What are some differences between the Greek of Greece and Cypriot Greek?

By: | Post date: 2017-02-27 | Comments: No Comments
Posted in categories: Linguistics, Modern Greek

Cypriot Greek is one of the South-Eastern group of Greek dialects, along with Chios and the Dodecanese. So the differences between the Greek of Rhodes (in Greece) and the Greek of Cyprus are less far apart than the Greek of Athens and the Greek of Cyprus. In fact, if you aren’t finely attuned to the dialects, you can mistake someone from Rhodes as someone from Cyprus; that has happened to my dad in taxis in Crete.

But I’m going to assume the question is about Standard Greek vs Cypriot Greek. These are the first things that come to mind:

  • Survival of word-final -n.
  • Survival and expansion of double consonants. That includes word-initially (usually in loanwords from Turkish), where they are realised as aspirates.
  • Deletion of voiced fricatives between vowels; so Standard Greek traɣuði “song”, Cypriot trauin.
  • Fortition of θj, ðj to θc. So Standard ðia(v)ole “Devil!”, Cypriot θcaole.
  • Palatalised velars become palatoalveolar (though that actually happens in most Greek dialects outside the standard).
  • Some archaic verb inflections.
  • Old French loanwords; e.g. tʃaera “chair”.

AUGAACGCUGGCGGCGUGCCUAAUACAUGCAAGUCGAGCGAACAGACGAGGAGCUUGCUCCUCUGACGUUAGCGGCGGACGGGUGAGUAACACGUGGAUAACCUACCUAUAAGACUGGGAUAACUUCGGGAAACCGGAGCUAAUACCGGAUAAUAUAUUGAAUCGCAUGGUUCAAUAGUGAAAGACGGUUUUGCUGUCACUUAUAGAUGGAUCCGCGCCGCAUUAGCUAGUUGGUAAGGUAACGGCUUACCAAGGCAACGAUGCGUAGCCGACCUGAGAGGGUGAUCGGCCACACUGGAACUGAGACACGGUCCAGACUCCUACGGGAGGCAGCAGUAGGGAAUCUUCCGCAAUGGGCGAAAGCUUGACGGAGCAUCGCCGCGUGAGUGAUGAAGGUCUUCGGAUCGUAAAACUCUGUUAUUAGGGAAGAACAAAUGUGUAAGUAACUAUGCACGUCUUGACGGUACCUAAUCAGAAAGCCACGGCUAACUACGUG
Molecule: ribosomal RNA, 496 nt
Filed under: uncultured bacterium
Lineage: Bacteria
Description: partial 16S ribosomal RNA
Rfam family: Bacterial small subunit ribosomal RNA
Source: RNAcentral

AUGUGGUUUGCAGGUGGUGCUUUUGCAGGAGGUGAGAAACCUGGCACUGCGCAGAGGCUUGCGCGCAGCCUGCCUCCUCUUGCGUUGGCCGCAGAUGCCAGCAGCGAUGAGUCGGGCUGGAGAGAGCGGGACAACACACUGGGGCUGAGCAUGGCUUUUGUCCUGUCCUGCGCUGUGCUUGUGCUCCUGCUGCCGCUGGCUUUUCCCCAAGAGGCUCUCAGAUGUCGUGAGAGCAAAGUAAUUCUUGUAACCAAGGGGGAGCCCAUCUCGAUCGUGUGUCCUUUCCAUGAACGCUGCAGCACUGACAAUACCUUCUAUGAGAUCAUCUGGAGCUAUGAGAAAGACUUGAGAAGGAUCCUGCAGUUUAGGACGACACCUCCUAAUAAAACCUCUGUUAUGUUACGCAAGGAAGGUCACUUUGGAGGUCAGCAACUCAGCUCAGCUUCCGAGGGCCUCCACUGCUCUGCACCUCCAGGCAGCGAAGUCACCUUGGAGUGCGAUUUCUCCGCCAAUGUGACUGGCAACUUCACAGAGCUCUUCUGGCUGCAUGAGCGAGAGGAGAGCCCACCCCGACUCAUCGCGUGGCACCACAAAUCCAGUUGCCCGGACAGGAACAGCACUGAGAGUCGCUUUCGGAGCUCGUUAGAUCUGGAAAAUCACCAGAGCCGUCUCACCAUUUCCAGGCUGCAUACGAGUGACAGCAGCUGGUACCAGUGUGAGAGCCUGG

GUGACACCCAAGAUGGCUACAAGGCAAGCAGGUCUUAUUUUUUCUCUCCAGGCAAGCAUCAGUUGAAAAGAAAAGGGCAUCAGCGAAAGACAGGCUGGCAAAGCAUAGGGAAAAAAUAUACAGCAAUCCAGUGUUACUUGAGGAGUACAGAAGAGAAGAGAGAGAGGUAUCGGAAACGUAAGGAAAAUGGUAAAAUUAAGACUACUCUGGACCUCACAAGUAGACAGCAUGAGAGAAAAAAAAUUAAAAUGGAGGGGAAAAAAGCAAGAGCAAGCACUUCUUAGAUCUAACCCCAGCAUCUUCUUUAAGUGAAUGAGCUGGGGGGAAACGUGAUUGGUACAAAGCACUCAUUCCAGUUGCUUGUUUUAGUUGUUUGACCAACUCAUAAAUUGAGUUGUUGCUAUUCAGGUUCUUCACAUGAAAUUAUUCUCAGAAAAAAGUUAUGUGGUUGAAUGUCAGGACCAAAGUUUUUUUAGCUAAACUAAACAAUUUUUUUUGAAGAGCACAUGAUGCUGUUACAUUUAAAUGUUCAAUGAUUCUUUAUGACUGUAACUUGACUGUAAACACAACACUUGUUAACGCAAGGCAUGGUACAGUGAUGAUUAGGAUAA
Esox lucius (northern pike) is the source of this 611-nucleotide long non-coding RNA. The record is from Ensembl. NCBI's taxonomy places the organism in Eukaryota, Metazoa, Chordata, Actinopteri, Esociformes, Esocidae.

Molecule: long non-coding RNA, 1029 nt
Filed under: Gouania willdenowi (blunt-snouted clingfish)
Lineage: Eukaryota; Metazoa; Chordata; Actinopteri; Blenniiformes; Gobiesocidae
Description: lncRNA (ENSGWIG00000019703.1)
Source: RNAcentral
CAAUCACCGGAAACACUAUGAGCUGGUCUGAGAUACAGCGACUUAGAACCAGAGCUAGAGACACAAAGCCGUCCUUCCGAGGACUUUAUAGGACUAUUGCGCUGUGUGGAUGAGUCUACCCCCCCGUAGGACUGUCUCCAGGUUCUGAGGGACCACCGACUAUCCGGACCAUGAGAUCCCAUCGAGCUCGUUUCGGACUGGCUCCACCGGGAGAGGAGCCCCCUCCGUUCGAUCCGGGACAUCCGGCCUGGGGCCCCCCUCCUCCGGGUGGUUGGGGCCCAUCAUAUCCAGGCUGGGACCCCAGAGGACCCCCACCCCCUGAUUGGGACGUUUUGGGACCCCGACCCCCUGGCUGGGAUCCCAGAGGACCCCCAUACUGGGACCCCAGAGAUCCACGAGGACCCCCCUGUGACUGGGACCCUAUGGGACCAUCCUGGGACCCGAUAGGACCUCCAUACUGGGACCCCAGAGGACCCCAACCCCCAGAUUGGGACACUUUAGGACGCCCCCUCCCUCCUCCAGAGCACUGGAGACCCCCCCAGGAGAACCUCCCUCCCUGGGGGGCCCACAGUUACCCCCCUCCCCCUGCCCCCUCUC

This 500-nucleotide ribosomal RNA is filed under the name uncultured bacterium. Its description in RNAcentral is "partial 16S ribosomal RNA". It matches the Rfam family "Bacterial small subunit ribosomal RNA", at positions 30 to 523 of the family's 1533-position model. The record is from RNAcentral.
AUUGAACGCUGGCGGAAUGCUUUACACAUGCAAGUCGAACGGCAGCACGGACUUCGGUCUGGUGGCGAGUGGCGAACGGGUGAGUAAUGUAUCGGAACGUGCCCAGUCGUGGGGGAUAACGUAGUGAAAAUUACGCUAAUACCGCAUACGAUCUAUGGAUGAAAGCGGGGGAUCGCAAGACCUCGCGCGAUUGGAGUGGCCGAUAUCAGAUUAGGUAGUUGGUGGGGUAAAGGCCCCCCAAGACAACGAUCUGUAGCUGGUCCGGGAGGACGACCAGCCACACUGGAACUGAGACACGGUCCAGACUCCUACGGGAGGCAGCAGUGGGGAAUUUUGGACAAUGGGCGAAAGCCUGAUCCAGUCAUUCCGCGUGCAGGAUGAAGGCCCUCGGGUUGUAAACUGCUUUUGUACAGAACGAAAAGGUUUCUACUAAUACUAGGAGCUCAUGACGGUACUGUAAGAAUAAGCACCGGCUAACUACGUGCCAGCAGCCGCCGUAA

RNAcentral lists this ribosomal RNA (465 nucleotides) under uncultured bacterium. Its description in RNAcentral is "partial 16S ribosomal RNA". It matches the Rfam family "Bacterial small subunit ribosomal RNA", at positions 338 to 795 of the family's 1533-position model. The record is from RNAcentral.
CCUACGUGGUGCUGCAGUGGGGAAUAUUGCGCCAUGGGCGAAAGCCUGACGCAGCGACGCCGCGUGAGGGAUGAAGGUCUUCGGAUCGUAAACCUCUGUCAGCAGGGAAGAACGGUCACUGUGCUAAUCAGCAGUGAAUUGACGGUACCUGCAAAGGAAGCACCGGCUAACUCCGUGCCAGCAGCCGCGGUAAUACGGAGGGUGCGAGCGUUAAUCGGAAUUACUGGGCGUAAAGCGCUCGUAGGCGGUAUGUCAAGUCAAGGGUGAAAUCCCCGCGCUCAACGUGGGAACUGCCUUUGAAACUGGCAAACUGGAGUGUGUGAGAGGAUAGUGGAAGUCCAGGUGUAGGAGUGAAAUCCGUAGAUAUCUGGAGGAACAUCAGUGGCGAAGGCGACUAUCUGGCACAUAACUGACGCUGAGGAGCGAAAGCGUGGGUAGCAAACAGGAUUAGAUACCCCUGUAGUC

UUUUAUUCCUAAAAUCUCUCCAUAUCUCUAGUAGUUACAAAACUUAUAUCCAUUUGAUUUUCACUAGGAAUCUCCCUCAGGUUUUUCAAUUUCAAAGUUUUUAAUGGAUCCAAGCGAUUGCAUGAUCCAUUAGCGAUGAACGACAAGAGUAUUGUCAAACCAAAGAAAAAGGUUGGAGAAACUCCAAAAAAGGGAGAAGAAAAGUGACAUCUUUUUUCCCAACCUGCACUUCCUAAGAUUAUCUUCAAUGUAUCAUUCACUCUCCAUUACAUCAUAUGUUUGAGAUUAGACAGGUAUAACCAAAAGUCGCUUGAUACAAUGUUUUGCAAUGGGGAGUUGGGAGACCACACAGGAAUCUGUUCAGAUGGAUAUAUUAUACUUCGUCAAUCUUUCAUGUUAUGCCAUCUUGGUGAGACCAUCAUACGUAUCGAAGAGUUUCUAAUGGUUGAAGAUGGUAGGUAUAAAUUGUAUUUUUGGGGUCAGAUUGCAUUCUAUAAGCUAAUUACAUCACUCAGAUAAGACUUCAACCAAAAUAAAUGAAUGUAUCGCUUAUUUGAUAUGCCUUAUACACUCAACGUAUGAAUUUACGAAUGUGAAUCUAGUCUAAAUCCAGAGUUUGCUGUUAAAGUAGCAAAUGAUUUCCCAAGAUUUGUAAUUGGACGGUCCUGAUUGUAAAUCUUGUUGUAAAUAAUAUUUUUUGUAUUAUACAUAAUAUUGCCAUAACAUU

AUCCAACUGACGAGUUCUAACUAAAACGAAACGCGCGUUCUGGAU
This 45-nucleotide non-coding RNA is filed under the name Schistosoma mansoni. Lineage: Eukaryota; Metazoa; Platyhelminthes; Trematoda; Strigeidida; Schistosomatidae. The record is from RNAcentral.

• Impressionistically, a few more Turkish loanwords than in Greece.
  • Unmarked VSO word order instead of SVO.
  • A deep love of cleft constructions. I have cited in a paper the phrase from a folk tale ίνταλος εν ποννα εύρω τωρά να γινώ γιατρός “How is it that I will work out now how to become a doctor”.
  • A healthy survival of the dialect as the low lect in a diglossia; there is abundant Cypriot dialect written online, including dialect-specific ASCII romanisation.

Btw, I’ve just discovered that Google matches dialectal ίνταλος with Standard πώς in searches. I am impressed!

EDIT: Added by Eutychius Kaimakkamis:

  • The -n at the end of words is usually pronounced when it’s the ending word. When there’s another word after it, the -n just nasalizes the vowel behind it and by extension the consonant or vowel next to it.
  • In many varieties (mainly in Tillyria and Kokkinochoria), θ and φ sometimes change to χ e.g. χαρκούμαι instead of θαρκούμαι or χιλούιν instead of φιλούιν. Sidenote: There’s even a satirical show with a a segment called “Τα άπλυτα στη χόρα” (instead of φόρα) where two football pundits talk with exaggerated Kokkinochoria accents and usually involves (poor quality) scatological humour like “να σου χέσω ένα χέμα” instead of “να σου θέσω ένα θέμα”.
  • Voiced consonants often turn into unvoiced ones e.g. φτέλλα instead of βδέλλα or αυκό instead of αυγό.

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